How real is a skyline? The name implies a two-dimensional image, a line drawn across a plane, tracing the crowns of downtown high-rises, indicating the division between the built city and the firmament. The skyline is viewed, never experienced materially. It is a postcard, a billboard, and a sales pitch, displayed to those outside the city, and almost invisible to those in it. Reducing the multifarious products of millions of decisions to a single form, a skyline is a rather amazing synthesis, implying a synoptic story of the city's history and growth. A modern city becomes apprehensible as a city by virtue of having one, while the great European cities practically go without, substituting a singular cathedral or other isolated monuments for the polyglot panorama of a skyline.
A skyline is a New World sort of thing, a gargantuan and hundred-headed monster spawned in the orgiastic intercourse between exuberant markets, financial speculation, hubris, and the controls imposed by metropolitan governments. As chaotic as they often seem, skylines do emerge for consideration, occasionally, as designed objects. Looking north to Vancouver, BC, you can even find a city government, in the 1990s, debating its city's skyline, worried that a cap ranging from 300 to 450 feet on new construction had shaped the burgeoning downtown into a boring dome. (The dome is a visual allegory for the tall-poppy syndrome common to commonwealth countries, the Anglo take on socialism that confuses homogeneity with egalitarianism.) As European cities once forbade buildings taller than the cathedral spire, Vancouver abased itself before the lovely mountain range visible to the north of downtown—before deciding, at the end of the '90s, to allow some taller spires to poke out from the dome.
Seattle instituted its own miserly 450-foot cap in 1989, but only after any idea of a regular skyline had been shredded by the 935-foot Columbia Center in 1985, and three others topping 700 feet. Seattle's skyline also recently was given a reprieve: This spring the city decided to allow unlimited heights in the commercial core and to raise limits elsewhere.
In the process of increasing those limits, and in imposing stringent requirements and fees on developers who would build up into the newly permitted heights, Seattle City Council Member Peter Steinbrueck called upon a pair of Vancouver urban planners to comment on Mayor Greg Nickels's new development plans. The dome was advising the snaggletooth on how it should grow. The consultants pointed to the biggest difference between our two skylines—Vancouver's new high-rises are slim towers on broad bases, while ours tend to be squat rectangles. In both cases, builders are basically building to fill out the envelope, preserving light and views in Vancouver, blotting them out in Seattle. The real difference between the two cities is not the quality of the skyline but its quantity—Vancouver fits a similar population to Seattle's within half as many square miles, basically by having a much larger area subject to high-density development, and much more of the development devoted to housing.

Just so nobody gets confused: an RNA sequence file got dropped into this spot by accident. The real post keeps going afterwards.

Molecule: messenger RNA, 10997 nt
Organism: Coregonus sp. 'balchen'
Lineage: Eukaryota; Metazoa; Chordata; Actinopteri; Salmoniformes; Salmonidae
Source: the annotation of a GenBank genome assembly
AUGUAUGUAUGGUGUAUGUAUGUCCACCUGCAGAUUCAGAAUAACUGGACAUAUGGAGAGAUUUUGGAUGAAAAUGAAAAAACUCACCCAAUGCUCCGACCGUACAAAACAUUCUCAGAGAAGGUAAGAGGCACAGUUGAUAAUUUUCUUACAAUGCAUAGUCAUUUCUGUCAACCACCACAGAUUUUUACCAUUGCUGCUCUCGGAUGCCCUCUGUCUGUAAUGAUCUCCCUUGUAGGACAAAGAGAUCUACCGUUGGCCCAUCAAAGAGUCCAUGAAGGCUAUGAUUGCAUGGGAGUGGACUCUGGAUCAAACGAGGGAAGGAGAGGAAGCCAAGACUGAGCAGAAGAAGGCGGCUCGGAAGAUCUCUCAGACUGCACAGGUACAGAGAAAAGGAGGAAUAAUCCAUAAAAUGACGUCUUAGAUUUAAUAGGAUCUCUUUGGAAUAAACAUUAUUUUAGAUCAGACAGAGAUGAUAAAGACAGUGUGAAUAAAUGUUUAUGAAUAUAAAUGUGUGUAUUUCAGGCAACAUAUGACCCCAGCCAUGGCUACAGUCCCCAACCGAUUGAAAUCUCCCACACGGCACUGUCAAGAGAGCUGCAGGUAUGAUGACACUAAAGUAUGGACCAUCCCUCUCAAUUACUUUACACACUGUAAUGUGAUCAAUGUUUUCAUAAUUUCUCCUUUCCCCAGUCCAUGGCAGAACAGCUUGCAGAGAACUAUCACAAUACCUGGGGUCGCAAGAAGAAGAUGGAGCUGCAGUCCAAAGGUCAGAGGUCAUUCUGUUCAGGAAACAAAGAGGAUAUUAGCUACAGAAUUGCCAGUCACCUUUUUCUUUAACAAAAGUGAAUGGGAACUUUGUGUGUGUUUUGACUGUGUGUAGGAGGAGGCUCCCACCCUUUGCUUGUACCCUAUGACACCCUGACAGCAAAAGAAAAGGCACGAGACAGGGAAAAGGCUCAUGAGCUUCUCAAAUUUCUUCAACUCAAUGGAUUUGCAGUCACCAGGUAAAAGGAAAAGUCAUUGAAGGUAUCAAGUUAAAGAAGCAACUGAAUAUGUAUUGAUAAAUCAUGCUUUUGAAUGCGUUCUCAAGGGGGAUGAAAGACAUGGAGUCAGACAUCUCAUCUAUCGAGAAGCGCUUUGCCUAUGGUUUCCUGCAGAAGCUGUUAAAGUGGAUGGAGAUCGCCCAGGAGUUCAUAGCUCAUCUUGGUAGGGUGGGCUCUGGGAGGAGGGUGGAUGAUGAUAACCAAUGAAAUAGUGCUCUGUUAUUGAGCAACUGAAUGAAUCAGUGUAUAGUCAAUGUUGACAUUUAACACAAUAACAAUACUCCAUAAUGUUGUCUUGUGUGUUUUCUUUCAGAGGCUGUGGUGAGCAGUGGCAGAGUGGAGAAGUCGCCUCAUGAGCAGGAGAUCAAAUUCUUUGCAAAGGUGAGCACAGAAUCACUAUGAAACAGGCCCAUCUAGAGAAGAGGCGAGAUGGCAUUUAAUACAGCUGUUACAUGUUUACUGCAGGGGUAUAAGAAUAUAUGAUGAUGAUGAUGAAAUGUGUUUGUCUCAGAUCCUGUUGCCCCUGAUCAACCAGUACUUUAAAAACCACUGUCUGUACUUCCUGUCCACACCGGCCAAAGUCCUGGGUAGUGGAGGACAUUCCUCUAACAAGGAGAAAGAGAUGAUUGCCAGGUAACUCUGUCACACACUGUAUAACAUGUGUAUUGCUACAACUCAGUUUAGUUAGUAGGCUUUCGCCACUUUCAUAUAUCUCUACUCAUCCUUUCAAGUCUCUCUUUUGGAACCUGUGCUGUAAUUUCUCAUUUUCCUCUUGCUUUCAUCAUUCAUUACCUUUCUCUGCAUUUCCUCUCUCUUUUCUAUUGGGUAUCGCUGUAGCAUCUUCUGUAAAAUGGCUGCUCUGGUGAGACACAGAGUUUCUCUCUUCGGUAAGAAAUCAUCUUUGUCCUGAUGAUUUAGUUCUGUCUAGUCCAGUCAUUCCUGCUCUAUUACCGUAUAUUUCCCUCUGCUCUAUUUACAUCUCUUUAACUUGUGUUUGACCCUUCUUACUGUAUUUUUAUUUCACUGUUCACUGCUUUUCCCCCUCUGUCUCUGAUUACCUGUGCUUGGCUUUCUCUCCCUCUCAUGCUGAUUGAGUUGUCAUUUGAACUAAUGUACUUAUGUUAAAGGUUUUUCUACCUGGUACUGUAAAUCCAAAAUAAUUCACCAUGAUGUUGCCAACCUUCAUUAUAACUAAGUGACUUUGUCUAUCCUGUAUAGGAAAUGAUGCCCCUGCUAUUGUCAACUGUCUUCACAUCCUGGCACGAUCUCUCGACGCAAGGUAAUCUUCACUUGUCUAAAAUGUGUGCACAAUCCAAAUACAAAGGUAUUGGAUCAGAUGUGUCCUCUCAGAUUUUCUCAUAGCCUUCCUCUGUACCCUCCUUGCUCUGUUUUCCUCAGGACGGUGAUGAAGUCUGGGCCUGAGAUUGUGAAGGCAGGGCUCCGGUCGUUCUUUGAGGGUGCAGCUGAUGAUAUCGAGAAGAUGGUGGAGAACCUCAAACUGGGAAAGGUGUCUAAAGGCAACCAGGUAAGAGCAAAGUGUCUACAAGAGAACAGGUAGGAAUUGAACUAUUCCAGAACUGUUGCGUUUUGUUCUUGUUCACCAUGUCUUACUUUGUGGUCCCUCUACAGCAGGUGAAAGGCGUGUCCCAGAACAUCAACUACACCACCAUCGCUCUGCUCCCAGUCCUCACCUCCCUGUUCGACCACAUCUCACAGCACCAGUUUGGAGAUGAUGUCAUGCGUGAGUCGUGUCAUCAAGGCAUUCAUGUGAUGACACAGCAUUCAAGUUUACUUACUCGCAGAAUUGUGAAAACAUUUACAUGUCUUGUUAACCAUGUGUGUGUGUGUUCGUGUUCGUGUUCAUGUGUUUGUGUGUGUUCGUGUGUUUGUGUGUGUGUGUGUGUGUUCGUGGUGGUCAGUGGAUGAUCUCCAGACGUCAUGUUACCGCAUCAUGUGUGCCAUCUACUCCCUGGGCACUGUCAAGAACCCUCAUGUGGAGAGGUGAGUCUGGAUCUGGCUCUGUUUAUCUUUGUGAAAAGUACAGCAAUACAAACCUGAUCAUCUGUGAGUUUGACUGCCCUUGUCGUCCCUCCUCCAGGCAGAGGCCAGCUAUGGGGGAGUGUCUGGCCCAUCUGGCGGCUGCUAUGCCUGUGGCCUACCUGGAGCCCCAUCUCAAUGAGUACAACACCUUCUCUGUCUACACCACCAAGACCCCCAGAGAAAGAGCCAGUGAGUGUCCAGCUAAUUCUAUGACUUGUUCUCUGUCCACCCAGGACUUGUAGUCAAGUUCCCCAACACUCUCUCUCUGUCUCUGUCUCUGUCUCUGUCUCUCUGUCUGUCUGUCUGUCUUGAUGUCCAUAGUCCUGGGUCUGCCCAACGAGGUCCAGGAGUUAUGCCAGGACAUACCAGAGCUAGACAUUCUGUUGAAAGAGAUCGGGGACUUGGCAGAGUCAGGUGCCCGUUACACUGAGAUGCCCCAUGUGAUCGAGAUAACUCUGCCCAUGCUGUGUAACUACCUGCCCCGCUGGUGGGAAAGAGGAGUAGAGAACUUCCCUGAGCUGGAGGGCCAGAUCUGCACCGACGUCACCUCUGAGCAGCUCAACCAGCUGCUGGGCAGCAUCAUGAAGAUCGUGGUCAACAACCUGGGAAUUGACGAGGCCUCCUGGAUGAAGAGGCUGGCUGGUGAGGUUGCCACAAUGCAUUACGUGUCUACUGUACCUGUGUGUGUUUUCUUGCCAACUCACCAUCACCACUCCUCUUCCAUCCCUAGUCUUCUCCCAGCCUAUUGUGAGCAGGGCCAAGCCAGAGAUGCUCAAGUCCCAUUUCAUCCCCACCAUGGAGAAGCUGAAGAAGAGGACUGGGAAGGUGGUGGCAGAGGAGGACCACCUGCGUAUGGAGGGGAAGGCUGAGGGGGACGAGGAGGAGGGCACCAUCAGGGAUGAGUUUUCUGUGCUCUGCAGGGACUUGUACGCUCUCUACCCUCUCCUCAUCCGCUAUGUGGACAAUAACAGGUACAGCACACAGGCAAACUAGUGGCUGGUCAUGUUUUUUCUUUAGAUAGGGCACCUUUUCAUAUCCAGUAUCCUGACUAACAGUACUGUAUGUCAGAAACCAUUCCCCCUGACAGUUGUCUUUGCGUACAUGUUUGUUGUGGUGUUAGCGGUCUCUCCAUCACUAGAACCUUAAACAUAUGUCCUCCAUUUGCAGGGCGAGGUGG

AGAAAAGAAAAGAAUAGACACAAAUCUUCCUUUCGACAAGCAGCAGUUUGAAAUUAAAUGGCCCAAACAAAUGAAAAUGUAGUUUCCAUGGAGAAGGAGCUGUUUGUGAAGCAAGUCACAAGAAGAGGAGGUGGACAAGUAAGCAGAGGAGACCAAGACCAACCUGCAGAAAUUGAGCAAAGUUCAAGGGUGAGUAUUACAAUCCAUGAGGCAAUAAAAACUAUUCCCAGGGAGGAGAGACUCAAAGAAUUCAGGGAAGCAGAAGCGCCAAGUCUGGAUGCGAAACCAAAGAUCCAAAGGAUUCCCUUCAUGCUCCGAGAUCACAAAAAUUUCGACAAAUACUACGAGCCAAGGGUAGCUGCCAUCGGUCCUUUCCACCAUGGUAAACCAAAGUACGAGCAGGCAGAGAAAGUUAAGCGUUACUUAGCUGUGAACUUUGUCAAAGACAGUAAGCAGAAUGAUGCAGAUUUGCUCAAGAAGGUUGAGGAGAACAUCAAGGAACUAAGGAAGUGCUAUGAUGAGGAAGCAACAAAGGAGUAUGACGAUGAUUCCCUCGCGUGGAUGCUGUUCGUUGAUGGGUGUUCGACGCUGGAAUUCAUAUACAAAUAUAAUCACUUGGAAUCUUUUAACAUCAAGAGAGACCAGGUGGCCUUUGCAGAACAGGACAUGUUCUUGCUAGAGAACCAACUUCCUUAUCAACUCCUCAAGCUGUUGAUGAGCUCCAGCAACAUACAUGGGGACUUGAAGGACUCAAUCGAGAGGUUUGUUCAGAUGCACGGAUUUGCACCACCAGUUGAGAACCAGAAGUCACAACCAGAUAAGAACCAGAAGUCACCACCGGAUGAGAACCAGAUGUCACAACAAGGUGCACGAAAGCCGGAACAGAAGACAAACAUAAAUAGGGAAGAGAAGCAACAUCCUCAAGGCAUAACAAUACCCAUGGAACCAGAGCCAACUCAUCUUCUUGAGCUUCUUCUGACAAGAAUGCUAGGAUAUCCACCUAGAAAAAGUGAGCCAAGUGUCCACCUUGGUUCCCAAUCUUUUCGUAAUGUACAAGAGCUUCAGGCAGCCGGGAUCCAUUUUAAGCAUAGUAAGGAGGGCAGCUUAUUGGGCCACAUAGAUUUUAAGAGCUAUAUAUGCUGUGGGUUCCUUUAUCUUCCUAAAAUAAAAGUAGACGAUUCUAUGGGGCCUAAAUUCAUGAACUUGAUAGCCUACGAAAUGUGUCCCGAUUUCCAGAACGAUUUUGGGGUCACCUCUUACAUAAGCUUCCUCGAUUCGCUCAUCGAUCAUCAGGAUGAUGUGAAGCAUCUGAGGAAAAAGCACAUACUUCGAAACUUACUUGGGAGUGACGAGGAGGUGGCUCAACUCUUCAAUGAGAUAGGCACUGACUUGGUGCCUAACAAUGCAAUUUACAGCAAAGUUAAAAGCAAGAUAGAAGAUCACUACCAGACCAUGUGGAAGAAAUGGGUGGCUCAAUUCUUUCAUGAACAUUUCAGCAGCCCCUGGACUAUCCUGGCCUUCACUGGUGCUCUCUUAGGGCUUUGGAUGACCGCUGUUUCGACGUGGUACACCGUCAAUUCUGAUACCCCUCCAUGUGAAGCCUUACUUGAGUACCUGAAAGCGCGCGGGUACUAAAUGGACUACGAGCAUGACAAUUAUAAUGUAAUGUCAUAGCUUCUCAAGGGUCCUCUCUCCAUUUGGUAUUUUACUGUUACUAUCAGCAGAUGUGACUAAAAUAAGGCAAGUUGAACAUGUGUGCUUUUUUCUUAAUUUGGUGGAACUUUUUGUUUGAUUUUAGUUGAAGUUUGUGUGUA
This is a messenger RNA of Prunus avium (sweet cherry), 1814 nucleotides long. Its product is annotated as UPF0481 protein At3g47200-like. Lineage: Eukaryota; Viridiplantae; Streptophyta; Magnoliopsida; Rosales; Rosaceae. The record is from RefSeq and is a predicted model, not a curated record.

If skylines are pictures, they are the sort that require captions. Seattle's skyline doesn't tell you as much as it might—two of our top five buildings are named for banks, two are commercial office buildings, one is city government— but our city's economic power is generated in the suburbs, not in the bank offices clustered downtown. Nobody I know in Vancouver has much sense of where its money comes from, but the skyline suggests something strange. As the dome has filled in with apartment buildings, the almost total lack of new office development makes one wonder what is actually driving the economy. Perhaps high-rise residential development itself is the driver: a perpetual motion machine, or maybe pyramid scheme, where real estate is both the engine and the product. It's perfect that the tallest building in Vancouver, One Wall Centre, a 490-foot condo and hotel completed in 2001, is going to be surpassed shortly by Living Shangri-La. Another condo.
Eric Fredericksen is director of the contemporary art space Western Bridge, former arts editor at The Stranger, and former associate editor at Architecture.